Leaders don't make bad decisions because they are incompetent—they make bad decisions because they're too confident about their competence.
This was one of the insights given yesterday by American journalist and author Malcolm Gladwell, whose books The Tipping Point and Outliers have been international bestsellers.
Jamaica-born Gladwell, who lives in America and works as a staff writer for The New Yorker magazine, was the featured speaker at the Distinguished Leadership and Innovation Conference at the Hyatt Regency (Trinidad) Hotel, Port of Spain.
The conference, arranged by the Arthur Lok Jack School of Business, was the tenth in the annual series.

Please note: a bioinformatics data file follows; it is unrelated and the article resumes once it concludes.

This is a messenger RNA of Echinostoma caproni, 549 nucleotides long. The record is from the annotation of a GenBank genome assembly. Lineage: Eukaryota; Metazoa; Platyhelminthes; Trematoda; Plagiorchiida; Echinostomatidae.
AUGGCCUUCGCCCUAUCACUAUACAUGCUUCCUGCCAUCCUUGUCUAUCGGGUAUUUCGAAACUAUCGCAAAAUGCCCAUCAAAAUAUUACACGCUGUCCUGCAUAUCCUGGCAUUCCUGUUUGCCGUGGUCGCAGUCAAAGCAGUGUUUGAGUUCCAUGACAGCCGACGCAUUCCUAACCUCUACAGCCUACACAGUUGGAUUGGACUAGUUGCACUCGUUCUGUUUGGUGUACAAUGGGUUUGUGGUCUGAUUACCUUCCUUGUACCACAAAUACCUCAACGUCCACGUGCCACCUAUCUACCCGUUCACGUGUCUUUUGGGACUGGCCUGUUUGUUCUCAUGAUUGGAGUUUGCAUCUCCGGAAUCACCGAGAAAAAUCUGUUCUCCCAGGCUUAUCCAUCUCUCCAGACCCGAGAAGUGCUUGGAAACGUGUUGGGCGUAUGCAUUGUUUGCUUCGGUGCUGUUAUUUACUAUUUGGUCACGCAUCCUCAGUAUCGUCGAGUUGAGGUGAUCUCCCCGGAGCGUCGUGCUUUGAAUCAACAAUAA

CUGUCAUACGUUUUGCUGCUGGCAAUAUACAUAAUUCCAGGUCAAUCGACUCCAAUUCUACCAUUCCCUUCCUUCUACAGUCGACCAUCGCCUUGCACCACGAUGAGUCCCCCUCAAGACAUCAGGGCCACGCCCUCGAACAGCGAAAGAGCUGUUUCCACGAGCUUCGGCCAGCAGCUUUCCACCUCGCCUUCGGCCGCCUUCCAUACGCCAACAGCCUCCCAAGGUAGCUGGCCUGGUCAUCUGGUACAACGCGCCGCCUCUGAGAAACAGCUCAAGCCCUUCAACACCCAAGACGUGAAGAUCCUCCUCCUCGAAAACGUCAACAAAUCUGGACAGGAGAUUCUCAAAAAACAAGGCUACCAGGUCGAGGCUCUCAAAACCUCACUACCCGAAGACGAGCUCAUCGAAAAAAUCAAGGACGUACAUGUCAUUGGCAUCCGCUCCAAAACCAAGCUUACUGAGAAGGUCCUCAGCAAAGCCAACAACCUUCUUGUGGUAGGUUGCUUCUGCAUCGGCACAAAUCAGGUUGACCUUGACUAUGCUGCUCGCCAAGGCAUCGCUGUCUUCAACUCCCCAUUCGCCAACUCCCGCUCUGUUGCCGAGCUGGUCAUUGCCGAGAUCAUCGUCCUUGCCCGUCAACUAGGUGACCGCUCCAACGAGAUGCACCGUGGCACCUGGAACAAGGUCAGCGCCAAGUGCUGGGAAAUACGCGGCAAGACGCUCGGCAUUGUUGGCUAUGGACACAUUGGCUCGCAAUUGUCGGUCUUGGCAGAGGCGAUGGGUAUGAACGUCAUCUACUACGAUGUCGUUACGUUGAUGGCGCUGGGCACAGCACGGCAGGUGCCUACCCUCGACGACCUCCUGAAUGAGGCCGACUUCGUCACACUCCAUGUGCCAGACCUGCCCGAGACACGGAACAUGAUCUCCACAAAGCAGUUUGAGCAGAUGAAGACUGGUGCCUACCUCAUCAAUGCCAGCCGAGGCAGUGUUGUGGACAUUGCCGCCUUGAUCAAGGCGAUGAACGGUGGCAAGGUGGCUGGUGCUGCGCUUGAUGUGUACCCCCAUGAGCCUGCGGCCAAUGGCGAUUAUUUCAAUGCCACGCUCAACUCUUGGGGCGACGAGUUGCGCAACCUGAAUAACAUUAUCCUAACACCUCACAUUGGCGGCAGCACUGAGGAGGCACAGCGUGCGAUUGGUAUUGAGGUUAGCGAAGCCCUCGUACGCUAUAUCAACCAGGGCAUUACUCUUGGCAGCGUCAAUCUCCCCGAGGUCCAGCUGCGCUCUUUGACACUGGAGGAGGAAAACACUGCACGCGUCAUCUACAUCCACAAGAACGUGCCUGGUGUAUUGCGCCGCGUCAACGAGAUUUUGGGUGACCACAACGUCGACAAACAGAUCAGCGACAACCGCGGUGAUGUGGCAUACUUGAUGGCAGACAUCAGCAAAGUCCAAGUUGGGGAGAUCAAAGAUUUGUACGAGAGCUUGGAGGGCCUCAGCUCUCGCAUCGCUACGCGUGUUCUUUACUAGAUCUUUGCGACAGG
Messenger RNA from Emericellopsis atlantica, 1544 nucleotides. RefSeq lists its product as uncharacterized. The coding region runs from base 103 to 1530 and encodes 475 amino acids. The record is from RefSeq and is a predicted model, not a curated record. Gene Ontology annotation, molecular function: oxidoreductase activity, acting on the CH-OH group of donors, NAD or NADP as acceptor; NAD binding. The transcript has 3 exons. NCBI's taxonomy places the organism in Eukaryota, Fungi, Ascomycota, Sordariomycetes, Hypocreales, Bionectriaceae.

In his hour-long lecture, Gladwell noted the 2008 financial crisis wasn't caused by incompetence. "These weren't people who were out of their depth," he told the 400-plus audience who had each paid US$1,000 to be there. "They were brilliant, experienced, sophisticated people."
He said these people had not learned from the crisis, since he had been told by a friend who worked on Wall Street in New York, USA, that the financial gurus had already started to behave in the same way. "Over confidence is far more dangerous than incompetence," Gladwell said, but he still drew a titter from the audience when he declared, "We don't put incompetent people in charge of companies or to run things."
Speaking from notes but without a script, Gladwell told a story from the American Civil War to illustrate how over-confidence causes bad decision-making, when Confederate Gen Robert E Lee routed the Union Army under the brash Gen Joseph Hooker, even though the latter had twice as many men, more weapons, and better intelligence.
"What we really need from leaders in times of crisis is the benefit of their humility," Gladwell advised.